Update from the European Commission: The future revision of REACH and the restriction of PFAS | Jones Day
The European Commission (“Commission”) recently provided an important update on the two key initiatives included in the new strategy for the sustainability of chemicals (“CSS”): the future revision of Regulation (EC) No 1907/2006 on Registration, Evaluation, Authorization and Restriction of Chemicals (“REACH”) and the Ongoing Restriction on Per- and Polyfluoroalkyl Substances (“PFAS”).
On May 4, 2021, the Commission published an initial impact assessment on the planned review of REACH. This initial impact assessment is currently subject to public consultation until June 1, 2021. Among others (eg revision of information requirements for registrations, simplification of communication in supply chains, revision of the substance evaluation procedure, more border controls and more power) for the European Union to verify application at national level), the objectives declared by the Commission for the REACH reform also include the following policy options for titles VII (“authorization”) and VIII (“restrictions”) of REACH.
Achieve restrictions. Options include: (i) expanding the so-called ‘generic approach to risk’ (i.e., assuming that the use of a substance constitutes a risk) to new hazard classes such as endocrine disruptors, PBT / vPvB substances, immunotoxics, neurotoxics, sensitizers and substances that affect specific organs; and (ii) extend the “generic risk approach” to products marketed for professional use (as opposed to only industrial and general public use).
Achieve permissions. The options include: i) clarifying and simplifying the procedure, including for substances in small quantities and minor modifications of the authorizations granted; (ii) strengthen the incentives for substitution over time by giving more options to the Commission to set the conditions and pathways for substitution; (iii) authorize national authorizations (for small applications); (iv) funding of cooperation projects between SVHC users and alternative providers; or (v) the removal of the authorization title under REACH or its merger / integration with the restriction procedure. Regarding option (v), the intention of the Commission would be to set a generic / default ban for substances, whereby exemptions would be proposed not only by the authorities but also by industry, which to his turn would then have the burden of proof.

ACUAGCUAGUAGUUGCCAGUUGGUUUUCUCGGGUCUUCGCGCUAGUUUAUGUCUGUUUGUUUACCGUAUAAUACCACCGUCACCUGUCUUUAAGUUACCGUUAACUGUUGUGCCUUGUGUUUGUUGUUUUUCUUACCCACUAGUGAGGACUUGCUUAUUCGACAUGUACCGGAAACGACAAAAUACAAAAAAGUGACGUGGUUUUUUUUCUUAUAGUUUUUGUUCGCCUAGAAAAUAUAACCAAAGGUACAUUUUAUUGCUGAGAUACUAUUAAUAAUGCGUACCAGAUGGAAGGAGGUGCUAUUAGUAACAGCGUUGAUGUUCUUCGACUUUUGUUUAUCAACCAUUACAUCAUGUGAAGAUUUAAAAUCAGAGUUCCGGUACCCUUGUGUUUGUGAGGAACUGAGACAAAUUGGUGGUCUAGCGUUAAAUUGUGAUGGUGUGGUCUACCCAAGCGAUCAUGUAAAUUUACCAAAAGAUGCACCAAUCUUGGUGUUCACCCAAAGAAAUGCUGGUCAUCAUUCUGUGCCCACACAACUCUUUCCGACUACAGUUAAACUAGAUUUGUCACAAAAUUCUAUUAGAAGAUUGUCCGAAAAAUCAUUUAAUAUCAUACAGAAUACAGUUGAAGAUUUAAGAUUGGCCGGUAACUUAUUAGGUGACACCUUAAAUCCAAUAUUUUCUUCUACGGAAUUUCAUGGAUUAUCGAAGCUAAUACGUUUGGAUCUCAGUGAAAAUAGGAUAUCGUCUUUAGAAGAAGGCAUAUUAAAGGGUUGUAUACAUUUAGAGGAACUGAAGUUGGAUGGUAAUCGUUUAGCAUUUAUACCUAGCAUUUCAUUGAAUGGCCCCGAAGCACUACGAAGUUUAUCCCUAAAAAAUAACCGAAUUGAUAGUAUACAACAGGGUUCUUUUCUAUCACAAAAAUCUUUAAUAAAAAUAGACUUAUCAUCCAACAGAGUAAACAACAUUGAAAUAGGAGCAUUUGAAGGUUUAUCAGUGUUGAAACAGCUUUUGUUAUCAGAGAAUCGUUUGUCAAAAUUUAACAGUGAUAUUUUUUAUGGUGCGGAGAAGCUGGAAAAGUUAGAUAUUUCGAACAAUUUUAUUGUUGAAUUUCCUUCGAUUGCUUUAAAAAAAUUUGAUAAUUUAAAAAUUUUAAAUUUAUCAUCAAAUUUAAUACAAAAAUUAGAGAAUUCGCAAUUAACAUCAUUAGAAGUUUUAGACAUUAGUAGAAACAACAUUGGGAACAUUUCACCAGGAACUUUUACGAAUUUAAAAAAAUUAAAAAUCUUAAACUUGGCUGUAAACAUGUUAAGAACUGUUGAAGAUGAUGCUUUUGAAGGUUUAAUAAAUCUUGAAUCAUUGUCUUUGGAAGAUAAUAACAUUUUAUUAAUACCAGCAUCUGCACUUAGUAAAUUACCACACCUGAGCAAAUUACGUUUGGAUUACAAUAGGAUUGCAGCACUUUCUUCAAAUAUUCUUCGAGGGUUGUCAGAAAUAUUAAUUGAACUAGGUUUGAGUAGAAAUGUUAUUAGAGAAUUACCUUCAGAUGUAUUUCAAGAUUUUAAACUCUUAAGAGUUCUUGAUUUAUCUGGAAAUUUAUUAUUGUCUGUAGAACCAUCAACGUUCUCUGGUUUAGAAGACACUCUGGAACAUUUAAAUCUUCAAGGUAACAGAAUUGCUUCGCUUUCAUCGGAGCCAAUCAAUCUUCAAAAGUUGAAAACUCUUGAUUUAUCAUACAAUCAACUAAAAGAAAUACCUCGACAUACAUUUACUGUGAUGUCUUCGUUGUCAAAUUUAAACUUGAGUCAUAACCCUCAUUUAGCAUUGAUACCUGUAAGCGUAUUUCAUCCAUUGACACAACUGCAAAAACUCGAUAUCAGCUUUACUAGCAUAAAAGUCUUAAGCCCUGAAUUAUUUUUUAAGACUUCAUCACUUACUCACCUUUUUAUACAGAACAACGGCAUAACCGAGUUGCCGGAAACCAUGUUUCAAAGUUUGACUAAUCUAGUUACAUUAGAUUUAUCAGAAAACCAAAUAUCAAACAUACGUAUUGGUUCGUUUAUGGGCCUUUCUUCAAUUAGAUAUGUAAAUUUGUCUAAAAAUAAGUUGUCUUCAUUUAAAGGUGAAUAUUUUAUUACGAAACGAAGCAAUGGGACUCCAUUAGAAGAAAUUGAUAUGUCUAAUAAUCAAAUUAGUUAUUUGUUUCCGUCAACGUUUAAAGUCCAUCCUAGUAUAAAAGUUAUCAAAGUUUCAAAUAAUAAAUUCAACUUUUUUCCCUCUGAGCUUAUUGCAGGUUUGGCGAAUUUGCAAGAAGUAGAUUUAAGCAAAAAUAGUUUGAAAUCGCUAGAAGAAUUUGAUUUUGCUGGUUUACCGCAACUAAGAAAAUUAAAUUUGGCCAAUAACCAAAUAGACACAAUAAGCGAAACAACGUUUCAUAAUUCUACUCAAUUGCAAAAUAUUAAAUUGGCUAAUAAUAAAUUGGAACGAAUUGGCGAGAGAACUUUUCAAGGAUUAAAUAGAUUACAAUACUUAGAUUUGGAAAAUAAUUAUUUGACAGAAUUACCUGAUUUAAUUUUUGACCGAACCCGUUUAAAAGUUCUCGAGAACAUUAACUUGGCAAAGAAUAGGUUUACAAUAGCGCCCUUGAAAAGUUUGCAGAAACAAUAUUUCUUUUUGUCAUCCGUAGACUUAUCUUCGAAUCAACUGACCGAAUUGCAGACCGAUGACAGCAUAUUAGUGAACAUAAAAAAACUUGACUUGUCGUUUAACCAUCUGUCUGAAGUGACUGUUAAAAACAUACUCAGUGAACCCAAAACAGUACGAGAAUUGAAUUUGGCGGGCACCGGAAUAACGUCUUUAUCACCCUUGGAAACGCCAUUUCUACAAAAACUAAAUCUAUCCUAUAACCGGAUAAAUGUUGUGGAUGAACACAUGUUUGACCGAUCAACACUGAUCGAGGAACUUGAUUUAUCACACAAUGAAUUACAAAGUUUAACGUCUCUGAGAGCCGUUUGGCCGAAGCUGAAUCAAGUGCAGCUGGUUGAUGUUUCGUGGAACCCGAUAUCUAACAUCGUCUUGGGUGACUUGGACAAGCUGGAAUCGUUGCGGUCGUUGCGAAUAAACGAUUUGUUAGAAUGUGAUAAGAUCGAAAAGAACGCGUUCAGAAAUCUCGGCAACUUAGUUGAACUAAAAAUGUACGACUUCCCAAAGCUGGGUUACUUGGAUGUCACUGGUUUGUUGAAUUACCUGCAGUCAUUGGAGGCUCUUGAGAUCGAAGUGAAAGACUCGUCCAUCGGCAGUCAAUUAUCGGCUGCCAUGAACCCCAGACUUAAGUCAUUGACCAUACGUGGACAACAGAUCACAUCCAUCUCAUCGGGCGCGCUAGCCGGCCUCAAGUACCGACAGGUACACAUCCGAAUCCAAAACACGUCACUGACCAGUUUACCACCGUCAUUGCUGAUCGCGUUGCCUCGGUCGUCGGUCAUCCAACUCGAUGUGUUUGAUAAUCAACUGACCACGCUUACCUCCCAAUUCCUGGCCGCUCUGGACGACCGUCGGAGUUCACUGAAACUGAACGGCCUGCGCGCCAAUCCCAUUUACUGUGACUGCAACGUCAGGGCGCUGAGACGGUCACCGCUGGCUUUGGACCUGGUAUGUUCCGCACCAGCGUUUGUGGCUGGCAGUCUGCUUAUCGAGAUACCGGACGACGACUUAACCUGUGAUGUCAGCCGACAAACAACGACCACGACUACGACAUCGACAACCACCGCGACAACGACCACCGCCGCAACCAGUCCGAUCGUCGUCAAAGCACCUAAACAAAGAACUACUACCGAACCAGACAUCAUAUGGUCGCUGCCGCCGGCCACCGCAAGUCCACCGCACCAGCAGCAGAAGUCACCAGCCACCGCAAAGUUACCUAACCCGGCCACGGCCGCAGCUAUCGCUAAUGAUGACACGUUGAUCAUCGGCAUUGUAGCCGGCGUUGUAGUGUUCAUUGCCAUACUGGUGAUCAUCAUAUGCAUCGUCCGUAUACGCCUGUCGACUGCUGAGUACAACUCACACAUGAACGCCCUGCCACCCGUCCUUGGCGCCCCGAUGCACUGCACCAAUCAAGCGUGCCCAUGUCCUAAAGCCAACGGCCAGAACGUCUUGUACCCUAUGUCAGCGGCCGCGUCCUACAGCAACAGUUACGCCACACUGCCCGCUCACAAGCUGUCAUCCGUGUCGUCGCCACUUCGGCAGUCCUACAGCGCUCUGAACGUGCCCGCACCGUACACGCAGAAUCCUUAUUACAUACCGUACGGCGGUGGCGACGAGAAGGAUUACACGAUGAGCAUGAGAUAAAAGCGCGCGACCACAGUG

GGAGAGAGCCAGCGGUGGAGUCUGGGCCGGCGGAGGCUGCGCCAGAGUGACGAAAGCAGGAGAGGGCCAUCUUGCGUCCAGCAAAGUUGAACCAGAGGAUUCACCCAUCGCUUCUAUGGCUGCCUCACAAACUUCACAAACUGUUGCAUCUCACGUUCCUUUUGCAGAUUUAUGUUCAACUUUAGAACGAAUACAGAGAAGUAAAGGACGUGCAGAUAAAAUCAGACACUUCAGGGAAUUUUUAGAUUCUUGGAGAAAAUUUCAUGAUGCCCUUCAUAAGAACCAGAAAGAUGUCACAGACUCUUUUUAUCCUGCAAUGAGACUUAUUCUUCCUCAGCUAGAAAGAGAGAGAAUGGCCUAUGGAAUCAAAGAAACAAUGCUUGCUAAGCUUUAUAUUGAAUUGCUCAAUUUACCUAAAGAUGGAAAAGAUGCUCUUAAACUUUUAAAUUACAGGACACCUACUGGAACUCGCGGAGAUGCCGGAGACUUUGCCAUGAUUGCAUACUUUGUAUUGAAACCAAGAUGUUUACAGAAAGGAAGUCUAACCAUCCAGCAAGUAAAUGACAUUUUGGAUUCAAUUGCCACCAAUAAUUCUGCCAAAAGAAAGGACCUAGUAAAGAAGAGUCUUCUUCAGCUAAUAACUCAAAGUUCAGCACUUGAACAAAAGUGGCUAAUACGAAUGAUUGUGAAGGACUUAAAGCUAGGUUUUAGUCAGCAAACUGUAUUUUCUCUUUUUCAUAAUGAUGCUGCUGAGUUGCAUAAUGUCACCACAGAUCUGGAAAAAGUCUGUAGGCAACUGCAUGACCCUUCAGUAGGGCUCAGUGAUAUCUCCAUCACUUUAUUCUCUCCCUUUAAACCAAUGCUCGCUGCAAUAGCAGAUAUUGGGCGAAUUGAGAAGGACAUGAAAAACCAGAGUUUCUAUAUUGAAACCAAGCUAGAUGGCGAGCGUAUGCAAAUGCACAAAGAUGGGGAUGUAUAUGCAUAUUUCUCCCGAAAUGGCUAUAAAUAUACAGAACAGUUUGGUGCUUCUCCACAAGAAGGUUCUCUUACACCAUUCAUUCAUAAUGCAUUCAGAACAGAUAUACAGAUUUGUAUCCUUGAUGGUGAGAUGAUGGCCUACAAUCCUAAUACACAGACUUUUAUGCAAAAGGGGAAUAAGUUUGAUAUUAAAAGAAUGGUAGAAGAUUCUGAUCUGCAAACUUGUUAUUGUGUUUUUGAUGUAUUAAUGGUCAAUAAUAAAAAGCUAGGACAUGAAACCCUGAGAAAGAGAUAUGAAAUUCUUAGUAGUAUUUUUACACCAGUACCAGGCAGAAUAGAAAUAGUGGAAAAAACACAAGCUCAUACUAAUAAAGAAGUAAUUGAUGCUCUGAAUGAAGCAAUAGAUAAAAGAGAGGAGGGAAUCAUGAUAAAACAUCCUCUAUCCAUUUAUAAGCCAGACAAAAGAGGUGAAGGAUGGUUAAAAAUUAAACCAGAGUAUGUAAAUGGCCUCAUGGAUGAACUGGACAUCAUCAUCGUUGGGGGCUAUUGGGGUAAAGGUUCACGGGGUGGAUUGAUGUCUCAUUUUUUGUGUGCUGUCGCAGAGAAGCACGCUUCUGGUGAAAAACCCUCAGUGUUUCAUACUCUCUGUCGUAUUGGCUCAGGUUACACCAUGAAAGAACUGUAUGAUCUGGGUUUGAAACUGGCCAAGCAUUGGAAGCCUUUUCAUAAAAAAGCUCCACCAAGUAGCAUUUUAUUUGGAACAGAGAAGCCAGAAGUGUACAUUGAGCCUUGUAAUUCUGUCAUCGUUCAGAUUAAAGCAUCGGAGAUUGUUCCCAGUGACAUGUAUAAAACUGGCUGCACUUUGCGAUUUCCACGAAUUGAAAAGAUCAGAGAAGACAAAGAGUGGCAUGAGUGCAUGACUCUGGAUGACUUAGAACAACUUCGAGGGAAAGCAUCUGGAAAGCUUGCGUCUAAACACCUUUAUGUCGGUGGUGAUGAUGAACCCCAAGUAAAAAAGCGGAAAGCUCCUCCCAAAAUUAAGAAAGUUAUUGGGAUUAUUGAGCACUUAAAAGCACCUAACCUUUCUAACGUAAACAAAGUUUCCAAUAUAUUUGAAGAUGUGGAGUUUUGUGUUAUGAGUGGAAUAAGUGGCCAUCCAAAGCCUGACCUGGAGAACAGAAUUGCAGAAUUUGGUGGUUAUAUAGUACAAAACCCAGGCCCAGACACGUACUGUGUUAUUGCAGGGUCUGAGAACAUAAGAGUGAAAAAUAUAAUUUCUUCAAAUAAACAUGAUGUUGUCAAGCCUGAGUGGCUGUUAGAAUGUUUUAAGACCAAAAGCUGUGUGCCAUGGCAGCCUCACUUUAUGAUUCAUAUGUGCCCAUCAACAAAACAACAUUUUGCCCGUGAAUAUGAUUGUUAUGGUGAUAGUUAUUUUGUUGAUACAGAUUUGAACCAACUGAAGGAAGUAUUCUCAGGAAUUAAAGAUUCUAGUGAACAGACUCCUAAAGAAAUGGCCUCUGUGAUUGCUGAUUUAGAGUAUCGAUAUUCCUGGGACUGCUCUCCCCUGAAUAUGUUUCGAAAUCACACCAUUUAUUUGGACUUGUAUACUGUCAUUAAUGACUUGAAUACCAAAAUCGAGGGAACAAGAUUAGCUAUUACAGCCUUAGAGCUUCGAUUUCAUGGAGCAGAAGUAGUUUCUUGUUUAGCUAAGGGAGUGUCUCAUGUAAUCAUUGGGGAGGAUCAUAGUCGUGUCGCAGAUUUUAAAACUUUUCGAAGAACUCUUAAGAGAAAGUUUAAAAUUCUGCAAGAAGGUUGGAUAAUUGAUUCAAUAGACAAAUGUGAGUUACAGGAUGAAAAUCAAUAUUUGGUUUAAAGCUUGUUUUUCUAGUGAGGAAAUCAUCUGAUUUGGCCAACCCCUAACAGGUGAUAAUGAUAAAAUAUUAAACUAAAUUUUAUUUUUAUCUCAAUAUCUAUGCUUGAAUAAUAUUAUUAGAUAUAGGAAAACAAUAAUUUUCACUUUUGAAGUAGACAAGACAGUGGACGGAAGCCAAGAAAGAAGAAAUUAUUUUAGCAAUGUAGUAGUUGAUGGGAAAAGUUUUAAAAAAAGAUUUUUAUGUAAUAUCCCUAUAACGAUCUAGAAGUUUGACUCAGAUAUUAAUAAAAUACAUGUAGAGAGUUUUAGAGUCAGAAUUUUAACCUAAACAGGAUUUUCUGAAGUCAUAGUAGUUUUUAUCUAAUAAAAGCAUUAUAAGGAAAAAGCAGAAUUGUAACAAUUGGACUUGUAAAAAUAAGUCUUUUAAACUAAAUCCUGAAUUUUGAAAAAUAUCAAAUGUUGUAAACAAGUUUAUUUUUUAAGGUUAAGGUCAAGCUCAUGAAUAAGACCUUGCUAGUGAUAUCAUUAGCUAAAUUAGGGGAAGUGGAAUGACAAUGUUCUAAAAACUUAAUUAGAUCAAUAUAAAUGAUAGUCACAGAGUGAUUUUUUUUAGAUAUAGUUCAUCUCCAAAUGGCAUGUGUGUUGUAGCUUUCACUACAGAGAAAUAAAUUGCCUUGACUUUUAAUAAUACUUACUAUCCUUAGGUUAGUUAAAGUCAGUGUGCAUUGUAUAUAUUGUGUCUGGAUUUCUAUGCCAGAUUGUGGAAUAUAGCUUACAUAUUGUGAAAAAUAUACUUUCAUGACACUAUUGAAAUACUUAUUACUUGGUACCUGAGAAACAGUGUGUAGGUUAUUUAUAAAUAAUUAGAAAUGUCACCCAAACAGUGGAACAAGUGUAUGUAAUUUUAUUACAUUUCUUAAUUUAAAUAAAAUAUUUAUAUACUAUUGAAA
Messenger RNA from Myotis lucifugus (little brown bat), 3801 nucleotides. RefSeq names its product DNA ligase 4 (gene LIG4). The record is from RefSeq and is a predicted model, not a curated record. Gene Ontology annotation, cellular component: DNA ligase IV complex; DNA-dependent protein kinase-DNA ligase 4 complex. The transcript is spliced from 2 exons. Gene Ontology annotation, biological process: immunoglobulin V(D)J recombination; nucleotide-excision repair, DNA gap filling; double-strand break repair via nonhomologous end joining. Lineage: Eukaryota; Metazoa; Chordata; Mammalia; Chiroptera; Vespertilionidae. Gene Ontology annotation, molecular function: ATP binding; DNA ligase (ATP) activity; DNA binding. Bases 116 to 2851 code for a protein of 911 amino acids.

For authorization and restriction procedures, the REACH reform should “operationalize” the new concept of “essential use” (the potential new legal principle that a substance can only be used if its use is “essential for society”. and there are no alternatives ”). In the opinion of the Commission, the implementation of the essential use concept in REACH, and in particular its application to restrictions, can be facilitated by reducing and simplifying requirements for exemptions in future restrictions.
In addition, the Commission also intends to launch a specific study on the concept of essential use in the coming months, as well as on the policy options for authorization and on the application of the new ‘generic approach’. risks”.
The Commission’s proposal for the review of REACH is expected by the end of 2022. Thus, the inclusion of the new essential use concept in REACH will not take place until 2023 at the earliest.
The Commission’s objective under the CSS is to ban all PFASs, unless the European Union deems their essential use. Thus, the future PFAS restriction could be the first application of the future concept of essential use of REACH, even if this new concept is not yet defined and will only be developed in parallel. It remains to be seen how the five Member States currently shaping the PFAS restriction will handle this situation. In terms of timing, according to the Commission, the PFAS restriction on fire-fighting foams, scheduled for inclusion in Annex XVII of REACH in spring 2023, could serve as the basis for the broad restriction on PFAS that would occur one to two years later. As a reminder, the five Member States in charge of developing the PFAS restriction currently use a PFAS group definition which would encompass around 4,700 substances.